style — NN n/a IE 4 DOM 1


Almost every object that reflects an HTML element has a style object associated with it (as you can see from the style property that pervades the object listings in this chapter). The style object reflects the STYLE attribute set in the element’s tag. If the element is under the influence of a style sheet rule that is set in a STYLE element (assigned to a selector that applies to the current element), those style sheet values are not part of the style object. Even if the element is under the influence of one of these distant style sheet rules, you can still assign a value to any style object property for any element: the setting is likely to override (by virtue of the cascading rules described in Chapter 3) styles assigned from a STYLE element.

From a scripting point of view, it is important to know that while a style object’s property exhibits a default behavior (a font size or alignment, for example), the default value may not be reflected in the property unless the value has been explicitly set in the element tag’s STYLE attribute or assigned by another script statement. The Macintosh version of Internet Explorer 4 is a bit better in exposing default values, but by and large, a style object’s property default value is an empty string or null. Therefore, do not expect condition testing to necessarily reveal the current value of a property unless it has been set previously.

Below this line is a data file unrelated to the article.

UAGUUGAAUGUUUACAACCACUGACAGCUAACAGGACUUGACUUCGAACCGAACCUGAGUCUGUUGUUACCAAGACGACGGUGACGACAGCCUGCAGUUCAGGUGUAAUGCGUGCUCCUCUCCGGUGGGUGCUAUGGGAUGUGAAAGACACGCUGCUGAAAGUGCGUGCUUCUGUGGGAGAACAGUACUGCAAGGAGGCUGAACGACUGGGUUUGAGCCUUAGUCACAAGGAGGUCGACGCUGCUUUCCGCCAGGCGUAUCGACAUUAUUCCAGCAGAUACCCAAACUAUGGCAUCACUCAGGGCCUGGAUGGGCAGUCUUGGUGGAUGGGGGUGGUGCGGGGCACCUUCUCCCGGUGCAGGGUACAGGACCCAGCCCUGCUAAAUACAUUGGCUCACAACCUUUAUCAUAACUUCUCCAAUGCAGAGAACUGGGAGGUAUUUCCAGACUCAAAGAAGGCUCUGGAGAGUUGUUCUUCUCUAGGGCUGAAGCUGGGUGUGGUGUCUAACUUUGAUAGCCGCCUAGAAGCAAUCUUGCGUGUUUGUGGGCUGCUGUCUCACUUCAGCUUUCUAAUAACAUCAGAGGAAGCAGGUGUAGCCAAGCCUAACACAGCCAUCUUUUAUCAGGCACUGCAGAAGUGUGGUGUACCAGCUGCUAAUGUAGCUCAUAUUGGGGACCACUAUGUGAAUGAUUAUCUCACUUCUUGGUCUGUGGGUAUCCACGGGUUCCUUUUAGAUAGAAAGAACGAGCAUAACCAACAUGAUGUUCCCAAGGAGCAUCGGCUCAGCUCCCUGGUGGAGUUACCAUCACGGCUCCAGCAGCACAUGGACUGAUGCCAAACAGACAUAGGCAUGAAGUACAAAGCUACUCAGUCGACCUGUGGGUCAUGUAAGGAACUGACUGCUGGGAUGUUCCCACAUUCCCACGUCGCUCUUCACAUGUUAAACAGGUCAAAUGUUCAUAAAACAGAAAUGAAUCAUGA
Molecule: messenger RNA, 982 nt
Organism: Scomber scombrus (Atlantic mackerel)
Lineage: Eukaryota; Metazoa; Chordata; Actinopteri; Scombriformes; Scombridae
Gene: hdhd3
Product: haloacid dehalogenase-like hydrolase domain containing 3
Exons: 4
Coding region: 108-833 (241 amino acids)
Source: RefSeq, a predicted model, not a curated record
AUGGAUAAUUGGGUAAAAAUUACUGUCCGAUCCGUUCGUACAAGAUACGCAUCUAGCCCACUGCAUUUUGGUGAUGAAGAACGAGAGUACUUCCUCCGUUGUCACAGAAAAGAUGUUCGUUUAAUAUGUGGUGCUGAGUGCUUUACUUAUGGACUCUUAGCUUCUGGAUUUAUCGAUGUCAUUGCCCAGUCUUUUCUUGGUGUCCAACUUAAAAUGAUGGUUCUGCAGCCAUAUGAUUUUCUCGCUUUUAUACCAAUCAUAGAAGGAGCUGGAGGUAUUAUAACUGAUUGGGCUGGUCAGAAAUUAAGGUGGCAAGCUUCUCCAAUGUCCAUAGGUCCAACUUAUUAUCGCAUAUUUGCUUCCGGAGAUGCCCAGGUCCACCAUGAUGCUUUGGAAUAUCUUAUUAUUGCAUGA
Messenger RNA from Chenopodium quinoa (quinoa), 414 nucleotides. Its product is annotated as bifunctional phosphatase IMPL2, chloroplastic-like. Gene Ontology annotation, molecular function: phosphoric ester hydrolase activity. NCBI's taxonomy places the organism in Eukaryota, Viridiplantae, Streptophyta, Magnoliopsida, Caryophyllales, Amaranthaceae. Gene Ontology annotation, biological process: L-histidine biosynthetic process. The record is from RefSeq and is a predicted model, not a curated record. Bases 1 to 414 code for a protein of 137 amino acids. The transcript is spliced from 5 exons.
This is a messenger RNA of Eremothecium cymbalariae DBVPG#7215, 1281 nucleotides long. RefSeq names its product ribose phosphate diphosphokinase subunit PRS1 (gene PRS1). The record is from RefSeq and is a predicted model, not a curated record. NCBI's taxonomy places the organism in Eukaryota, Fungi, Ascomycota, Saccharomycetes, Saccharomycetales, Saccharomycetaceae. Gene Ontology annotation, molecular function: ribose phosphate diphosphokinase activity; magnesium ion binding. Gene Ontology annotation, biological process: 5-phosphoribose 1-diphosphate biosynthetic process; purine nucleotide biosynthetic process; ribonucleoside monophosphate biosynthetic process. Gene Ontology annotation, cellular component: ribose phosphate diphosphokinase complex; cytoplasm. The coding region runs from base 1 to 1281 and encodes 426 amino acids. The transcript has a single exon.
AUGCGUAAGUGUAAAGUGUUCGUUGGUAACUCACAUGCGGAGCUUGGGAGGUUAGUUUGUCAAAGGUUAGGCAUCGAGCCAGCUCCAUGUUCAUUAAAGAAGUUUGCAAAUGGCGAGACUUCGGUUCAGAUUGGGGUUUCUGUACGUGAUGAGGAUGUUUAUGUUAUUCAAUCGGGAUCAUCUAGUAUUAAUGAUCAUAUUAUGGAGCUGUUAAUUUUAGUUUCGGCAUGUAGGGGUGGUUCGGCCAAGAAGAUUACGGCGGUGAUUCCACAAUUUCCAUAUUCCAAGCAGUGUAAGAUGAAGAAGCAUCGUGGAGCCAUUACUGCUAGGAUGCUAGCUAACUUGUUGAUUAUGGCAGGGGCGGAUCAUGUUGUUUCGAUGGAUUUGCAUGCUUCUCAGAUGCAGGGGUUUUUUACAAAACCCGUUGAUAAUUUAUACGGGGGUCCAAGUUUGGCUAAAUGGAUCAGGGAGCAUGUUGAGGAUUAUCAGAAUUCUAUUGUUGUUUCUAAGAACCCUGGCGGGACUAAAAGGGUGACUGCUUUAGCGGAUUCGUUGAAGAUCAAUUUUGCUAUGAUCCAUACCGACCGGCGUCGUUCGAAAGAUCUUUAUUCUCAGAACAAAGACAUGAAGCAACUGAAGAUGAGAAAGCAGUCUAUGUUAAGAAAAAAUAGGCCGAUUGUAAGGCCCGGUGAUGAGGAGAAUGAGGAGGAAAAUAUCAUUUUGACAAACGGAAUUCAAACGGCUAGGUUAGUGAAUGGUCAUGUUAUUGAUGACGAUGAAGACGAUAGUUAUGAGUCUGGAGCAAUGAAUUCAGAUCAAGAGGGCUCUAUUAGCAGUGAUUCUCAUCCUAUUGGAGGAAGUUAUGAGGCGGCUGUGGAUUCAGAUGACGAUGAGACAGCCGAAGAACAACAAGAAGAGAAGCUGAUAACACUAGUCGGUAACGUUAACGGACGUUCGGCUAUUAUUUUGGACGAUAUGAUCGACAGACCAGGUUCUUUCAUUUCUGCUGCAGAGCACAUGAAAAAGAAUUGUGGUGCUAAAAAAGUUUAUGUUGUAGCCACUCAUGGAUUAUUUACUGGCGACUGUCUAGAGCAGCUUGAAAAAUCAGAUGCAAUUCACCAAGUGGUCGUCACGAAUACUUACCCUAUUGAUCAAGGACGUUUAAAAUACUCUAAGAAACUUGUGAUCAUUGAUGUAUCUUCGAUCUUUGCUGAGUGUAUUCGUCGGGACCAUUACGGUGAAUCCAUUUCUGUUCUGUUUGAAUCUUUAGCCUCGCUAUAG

The properties of the style object correspond to the CSS attributes ...

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